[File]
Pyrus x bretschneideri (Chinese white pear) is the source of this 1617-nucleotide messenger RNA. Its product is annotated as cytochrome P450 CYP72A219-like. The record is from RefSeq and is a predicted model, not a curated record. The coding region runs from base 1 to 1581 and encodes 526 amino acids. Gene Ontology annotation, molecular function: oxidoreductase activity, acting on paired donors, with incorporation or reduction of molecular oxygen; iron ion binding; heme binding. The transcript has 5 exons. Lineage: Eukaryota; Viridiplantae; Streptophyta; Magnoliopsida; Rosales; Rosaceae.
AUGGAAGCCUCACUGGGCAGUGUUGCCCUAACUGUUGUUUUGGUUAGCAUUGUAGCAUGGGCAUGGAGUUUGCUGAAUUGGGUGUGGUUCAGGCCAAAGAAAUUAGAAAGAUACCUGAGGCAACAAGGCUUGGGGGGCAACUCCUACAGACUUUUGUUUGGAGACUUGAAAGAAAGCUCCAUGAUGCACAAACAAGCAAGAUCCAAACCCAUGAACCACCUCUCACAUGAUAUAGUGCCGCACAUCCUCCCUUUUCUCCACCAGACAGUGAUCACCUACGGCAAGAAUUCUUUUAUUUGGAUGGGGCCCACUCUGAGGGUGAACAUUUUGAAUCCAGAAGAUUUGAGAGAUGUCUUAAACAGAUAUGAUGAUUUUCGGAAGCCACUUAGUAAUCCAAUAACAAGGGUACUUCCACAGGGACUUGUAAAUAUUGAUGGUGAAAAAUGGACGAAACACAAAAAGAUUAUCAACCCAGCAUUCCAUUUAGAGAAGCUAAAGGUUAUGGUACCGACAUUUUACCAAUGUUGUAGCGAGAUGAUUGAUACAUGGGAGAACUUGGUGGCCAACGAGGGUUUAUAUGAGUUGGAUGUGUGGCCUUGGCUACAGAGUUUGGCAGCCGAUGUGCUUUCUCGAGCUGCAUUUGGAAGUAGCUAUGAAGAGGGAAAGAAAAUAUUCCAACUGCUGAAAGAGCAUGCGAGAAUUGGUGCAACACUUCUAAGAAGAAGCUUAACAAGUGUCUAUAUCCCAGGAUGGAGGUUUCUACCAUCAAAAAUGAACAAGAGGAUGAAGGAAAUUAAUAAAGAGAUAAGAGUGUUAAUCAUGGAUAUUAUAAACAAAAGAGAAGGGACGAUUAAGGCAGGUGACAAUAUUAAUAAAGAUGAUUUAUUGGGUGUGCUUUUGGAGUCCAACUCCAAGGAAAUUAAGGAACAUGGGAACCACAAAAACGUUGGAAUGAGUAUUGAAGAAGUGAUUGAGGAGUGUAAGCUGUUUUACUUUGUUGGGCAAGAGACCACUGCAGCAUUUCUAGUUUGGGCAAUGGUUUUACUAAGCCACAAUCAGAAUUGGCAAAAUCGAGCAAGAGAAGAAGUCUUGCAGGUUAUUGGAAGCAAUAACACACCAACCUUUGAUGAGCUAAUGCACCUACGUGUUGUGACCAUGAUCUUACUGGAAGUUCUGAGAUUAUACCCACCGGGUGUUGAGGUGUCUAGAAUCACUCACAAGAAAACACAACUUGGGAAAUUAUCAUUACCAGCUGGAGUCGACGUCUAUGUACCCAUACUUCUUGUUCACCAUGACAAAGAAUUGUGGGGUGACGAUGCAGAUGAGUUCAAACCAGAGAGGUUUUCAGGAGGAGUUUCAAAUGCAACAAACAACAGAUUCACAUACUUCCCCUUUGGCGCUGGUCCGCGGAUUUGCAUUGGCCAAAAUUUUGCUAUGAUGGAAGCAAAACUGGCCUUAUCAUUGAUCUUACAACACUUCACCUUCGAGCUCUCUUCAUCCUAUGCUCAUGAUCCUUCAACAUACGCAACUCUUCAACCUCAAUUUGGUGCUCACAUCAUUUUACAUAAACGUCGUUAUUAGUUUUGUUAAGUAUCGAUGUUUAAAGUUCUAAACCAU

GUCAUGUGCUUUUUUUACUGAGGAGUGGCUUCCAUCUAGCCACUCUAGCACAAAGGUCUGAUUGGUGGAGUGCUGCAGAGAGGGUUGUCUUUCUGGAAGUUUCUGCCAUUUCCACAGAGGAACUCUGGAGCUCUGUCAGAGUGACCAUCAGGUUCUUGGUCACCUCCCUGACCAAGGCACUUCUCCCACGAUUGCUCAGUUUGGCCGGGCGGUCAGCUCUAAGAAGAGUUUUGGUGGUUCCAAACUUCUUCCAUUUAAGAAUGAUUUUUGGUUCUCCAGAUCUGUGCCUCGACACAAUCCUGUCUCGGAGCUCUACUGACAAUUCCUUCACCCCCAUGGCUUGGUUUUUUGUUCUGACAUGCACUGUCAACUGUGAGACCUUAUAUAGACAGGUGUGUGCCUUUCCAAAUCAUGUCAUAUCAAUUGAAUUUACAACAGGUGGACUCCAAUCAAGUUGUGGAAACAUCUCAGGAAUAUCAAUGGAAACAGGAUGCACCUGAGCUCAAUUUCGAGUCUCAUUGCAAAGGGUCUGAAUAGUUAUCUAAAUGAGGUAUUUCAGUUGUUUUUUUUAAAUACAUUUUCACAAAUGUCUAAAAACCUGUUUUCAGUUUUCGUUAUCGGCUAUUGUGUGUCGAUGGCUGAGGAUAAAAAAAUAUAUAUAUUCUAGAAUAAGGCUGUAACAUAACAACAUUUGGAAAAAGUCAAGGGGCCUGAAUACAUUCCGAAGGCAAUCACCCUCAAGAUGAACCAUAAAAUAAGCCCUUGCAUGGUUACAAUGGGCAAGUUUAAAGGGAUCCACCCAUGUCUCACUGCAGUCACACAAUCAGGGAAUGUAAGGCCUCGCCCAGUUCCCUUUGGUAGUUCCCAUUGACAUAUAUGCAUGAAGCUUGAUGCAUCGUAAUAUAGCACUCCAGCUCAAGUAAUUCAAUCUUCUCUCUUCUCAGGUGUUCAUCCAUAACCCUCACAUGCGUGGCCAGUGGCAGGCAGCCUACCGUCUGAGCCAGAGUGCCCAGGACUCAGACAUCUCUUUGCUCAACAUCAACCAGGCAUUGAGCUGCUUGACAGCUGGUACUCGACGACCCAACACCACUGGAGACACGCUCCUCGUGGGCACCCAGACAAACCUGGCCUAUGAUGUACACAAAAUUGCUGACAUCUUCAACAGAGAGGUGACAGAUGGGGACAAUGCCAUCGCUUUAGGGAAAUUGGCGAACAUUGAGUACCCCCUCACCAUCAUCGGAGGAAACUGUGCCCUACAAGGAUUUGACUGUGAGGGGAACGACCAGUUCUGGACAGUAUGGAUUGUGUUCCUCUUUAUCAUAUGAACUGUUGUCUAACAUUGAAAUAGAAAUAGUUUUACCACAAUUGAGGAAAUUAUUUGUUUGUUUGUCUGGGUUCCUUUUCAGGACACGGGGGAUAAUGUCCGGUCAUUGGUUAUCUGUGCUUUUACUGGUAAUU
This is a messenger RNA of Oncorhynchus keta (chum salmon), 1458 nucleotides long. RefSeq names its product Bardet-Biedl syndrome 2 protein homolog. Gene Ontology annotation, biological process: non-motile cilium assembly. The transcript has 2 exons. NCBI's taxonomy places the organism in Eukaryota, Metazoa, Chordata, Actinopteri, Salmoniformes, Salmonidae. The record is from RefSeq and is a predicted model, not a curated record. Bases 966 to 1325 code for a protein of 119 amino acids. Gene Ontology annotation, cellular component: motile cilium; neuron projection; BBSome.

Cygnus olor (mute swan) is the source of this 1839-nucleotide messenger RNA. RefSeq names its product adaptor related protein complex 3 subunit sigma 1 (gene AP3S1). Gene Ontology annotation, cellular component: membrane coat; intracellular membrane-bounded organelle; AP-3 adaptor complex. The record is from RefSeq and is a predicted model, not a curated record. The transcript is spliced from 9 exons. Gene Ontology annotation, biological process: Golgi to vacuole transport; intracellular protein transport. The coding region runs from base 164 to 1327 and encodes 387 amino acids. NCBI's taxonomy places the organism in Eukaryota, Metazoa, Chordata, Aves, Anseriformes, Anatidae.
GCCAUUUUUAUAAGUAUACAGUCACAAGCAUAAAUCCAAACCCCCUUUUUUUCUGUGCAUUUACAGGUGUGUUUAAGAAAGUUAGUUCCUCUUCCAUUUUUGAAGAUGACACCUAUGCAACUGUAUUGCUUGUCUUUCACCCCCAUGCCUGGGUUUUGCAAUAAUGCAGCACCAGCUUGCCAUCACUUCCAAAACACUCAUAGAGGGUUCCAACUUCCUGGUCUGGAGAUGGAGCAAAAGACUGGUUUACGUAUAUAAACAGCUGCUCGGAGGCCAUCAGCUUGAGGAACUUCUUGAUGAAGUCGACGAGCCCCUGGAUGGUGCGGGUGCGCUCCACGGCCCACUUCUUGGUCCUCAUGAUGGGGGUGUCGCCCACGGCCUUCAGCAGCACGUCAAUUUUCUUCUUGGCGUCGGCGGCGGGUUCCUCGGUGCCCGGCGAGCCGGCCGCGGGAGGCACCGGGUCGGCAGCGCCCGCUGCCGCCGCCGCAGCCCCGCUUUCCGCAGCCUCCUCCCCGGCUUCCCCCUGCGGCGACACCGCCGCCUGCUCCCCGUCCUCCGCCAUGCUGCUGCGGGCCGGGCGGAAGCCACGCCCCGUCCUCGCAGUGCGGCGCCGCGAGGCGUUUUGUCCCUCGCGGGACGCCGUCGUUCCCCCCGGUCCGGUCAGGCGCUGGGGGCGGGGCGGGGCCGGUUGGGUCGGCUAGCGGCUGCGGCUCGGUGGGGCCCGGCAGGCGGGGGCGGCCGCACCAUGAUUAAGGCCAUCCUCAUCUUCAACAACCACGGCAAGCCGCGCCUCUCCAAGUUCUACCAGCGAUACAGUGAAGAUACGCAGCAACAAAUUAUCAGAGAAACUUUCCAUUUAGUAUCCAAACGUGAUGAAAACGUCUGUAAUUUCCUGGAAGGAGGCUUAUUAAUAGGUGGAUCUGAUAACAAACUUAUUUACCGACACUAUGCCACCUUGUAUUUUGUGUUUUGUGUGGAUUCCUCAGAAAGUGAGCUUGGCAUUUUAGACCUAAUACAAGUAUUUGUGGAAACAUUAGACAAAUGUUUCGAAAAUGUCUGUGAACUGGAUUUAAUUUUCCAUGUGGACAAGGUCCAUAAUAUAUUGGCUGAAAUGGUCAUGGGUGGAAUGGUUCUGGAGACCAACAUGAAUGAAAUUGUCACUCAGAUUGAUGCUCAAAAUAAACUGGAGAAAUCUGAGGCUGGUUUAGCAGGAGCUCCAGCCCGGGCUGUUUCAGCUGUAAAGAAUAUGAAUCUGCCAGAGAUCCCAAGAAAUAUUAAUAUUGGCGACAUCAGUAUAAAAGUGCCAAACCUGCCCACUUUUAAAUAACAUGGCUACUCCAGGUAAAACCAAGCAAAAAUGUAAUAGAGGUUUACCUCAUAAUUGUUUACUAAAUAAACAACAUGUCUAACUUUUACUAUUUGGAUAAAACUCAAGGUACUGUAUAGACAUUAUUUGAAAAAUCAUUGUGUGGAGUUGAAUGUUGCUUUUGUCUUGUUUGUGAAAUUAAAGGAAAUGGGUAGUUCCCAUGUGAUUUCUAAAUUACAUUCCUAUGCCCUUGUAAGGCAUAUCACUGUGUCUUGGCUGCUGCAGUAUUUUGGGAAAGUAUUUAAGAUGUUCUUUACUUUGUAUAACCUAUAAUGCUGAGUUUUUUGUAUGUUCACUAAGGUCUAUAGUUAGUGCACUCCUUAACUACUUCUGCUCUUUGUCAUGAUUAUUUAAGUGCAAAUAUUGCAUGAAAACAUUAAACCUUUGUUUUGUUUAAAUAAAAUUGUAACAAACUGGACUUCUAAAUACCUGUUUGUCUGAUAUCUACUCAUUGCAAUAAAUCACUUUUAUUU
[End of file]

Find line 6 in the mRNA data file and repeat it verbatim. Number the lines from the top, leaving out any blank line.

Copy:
GCCAUUUUUAUAAGUAUACAGUCACAAGCAUAAAUCCAAACCCCCUUUUUUUCUGUGCAUUUACAGGUGUGUUUAAGAAAGUUAGUUCCUCUUCCAUUUUUGAAGAUGACACCUAUGCAACUGUAUUGCUUGUCUUUCACCCCCAUGCCUGGGUUUUGCAAUAAUGCAGCACCAGCUUGCCAUCACUUCCAAAACACUCAUAGAGGGUUCCAACUUCCUGGUCUGGAGAUGGAGCAAAAGACUGGUUUACGUAUAUAAACAGCUGCUCGGAGGCCAUCAGCUUGAGGAACUUCUUGAUGAAGUCGACGAGCCCCUGGAUGGUGCGGGUGCGCUCCACGGCCCACUUCUUGGUCCUCAUGAUGGGGGUGUCGCCCACGGCCUUCAGCAGCACGUCAAUUUUCUUCUUGGCGUCGGCGGCGGGUUCCUCGGUGCCCGGCGAGCCGGCCGCGGGAGGCACCGGGUCGGCAGCGCCCGCUGCCGCCGCCGCAGCCCCGCUUUCCGCAGCCUCCUCCCCGGCUUCCCCCUGCGGCGACACCGCCGCCUGCUCCCCGUCCUCCGCCAUGCUGCUGCGGGCCGGGCGGAAGCCACGCCCCGUCCUCGCAGUGCGGCGCCGCGAGGCGUUUUGUCCCUCGCGGGACGCCGUCGUUCCCCCCGGUCCGGUCAGGCGCUGGGGGCGGGGCGGGGCCGGUUGGGUCGGCUAGCGGCUGCGGCUCGGUGGGGCCCGGCAGGCGGGGGCGGCCGCACCAUGAUUAAGGCCAUCCUCAUCUUCAACAACCACGGCAAGCCGCGCCUCUCCAAGUUCUACCAGCGAUACAGUGAAGAUACGCAGCAACAAAUUAUCAGAGAAACUUUCCAUUUAGUAUCCAAACGUGAUGAAAACGUCUGUAAUUUCCUGGAAGGAGGCUUAUUAAUAGGUGGAUCUGAUAACAAACUUAUUUACCGACACUAUGCCACCUUGUAUUUUGUGUUUUGUGUGGAUUCCUCAGAAAGUGAGCUUGGCAUUUUAGACCUAAUACAAGUAUUUGUGGAAACAUUAGACAAAUGUUUCGAAAAUGUCUGUGAACUGGAUUUAAUUUUCCAUGUGGACAAGGUCCAUAAUAUAUUGGCUGAAAUGGUCAUGGGUGGAAUGGUUCUGGAGACCAACAUGAAUGAAAUUGUCACUCAGAUUGAUGCUCAAAAUAAACUGGAGAAAUCUGAGGCUGGUUUAGCAGGAGCUCCAGCCCGGGCUGUUUCAGCUGUAAAGAAUAUGAAUCUGCCAGAGAUCCCAAGAAAUAUUAAUAUUGGCGACAUCAGUAUAAAAGUGCCAAACCUGCCCACUUUUAAAUAACAUGGCUACUCCAGGUAAAACCAAGCAAAAAUGUAAUAGAGGUUUACCUCAUAAUUGUUUACUAAAUAAACAACAUGUCUAACUUUUACUAUUUGGAUAAAACUCAAGGUACUGUAUAGACAUUAUUUGAAAAAUCAUUGUGUGGAGUUGAAUGUUGCUUUUGUCUUGUUUGUGAAAUUAAAGGAAAUGGGUAGUUCCCAUGUGAUUUCUAAAUUACAUUCCUAUGCCCUUGUAAGGCAUAUCACUGUGUCUUGGCUGCUGCAGUAUUUUGGGAAAGUAUUUAAGAUGUUCUUUACUUUGUAUAACCUAUAAUGCUGAGUUUUUUGUAUGUUCACUAAGGUCUAUAGUUAGUGCACUCCUUAACUACUUCUGCUCUUUGUCAUGAUUAUUUAAGUGCAAAUAUUGCAUGAAAACAUUAAACCUUUGUUUUGUUUAAAUAAAAUUGUAACAAACUGGACUUCUAAAUACCUGUUUGUCUGAUAUCUACUCAUUGCAAUAAAUCACUUUUAUUU